For young entrepreneurs, location can be key. A place that has a bustling business atmosphere — but isn’t too expensive — is best for those looking to successfully launch a new company. Popular entrepreneurial hubs Silicon Valley, Los Angeles and New York are too pricey for many, but other cities are poised to become the next centers of innovation.
To pinpoint these metro areas, NerdWallet scored all 381 in the United States, as defined by the U.S. Census Bureau, on aspects that could be essential to entrepreneurs’ success. We looked at each area’s population of adults aged 25 to 34, percentage of the population with an undergraduate education or higher, per capita dollar amount of U.S. Small Business Administration loans, number of businesses per 100 people, network coverage (so entrepreneurs can get the most out of their cell phone plans), median home value, median income and unemployment rate.
Business is booming in Colorado. Boulder, Fort Collins and the Denver-Aurora-Lakewood area — all within about 65 miles of each other — take up three of the top 10 spots on our list. The networking website Built in Colorado lists 2,160 startups and tech companies in its database. The majority of these firms are privately held, and 769 of them have 10 or fewer employees.
Innovation is moving inland. Only two coastal metros made the list, and cities in Colorado, Minnesota, Utah, North Dakota, Texas and Montana took eight of the top 10 spots. Many of these areas have lower median home prices than their coastal competitors, but offer comparable median income and low unemployment.
Tech companies abound — but they’re not the only growing businesses. If building software isn’t your thing, lots of hip new restaurants and breweries are popping up in our top 10 metros.
Top 10 best metro areas for young entrepreneurs
1. Boulder, Colorado
Boulder is part of Colorado’s tech area, but that’s not the only reason it tops our list. The city has the highest percentage of college-educated residents among our top 10, as well as the most businesses per 100 residents. And at 2.4%, its unemployment rate is second-lowest, trailing only the Fargo, North Dakota, area.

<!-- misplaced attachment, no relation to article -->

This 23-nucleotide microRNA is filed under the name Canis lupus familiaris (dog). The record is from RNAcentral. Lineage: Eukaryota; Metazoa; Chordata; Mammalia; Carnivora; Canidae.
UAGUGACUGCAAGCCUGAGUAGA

2. Minneapolis-St. Paul-Bloomington, Minnesota
This area’s startup network includes an active tech news site, tech.mn, and hosts Twin Cities Startup Week. The cities benefit from a relatively high concentration of people aged 25 to 34, the second-lowest median home price in our top 10, and a high percentage of college-educated residents. They also boast a strong median SBA loan dollar amount per capita, and the Minnesota SBA issued 1,674 loans in the 12-month period that ended Sept. 30, 2016 — “a record year,” according to the Minneapolis Star-Tribune.
3. Salt Lake City, Utah
Only Austin, Texas, has a higher percentage of young people than Salt Lake City, and the scenic Utah capital performs strongly regarding number of businesses, unemployment and cell coverage. According to the website Visit Salt Lake, 4,300 tech companies have offices in the city, and despite its somewhat restrictive reputation, craft breweries and new restaurants have been on the rise since the state loosened its alcohol laws in 2009.
4. Austin-Round Rock, Texas
The Austin-Round Rock area is home to the University of Texas, and it has the highest concentration of residents aged 25 to 34 in our top 10. Its median SBA loan dollar amount per capita is the highest among our top 10 as well. Austin is also Texas’ capital, and the region is home to 1,752 startups, according to an Austin database. It might have ranked higher, but it has below-average cell phone coverage and a low proportion of businesses to residents relative to the rest of the top 10.
5. Denver-Aurora-Lakewood, Colorado
Denver and Boulder are only 30 miles apart, but Denver scores a little lower than its neighbor in almost every category. Still, the Denver-Aurora-Lakewood area offers a more affordable median home price and a higher concentration of residents aged 25 to 34 than its nearby counterpart.
6. Fort Collins, Colorado
This northern Colorado town has lower unemployment and a lower median home price than the bigger Denver-Aurora-Lakewood area, but it’s kept from a higher ranking by its relatively low percentage of residents aged 25 to 34 and its median income, which is the third-lowest in our top 10.
7. Seattle-Tacoma-Bellevue, Washington
The home of Microsoft and Amazon is still a destination for young entrepreneurs. The Seattle area’s median income trails only that of the San Francisco-Oakland-Hayward portion of California, and its median home price is more than $350,000 lower than the Bay’s. However, it has the highest unemployment rate of our top 10, and in terms of SBA loan dollar amount per capita, you’re a little better off in more expensive San Francisco.
8. San Francisco-Oakland-Hayward, California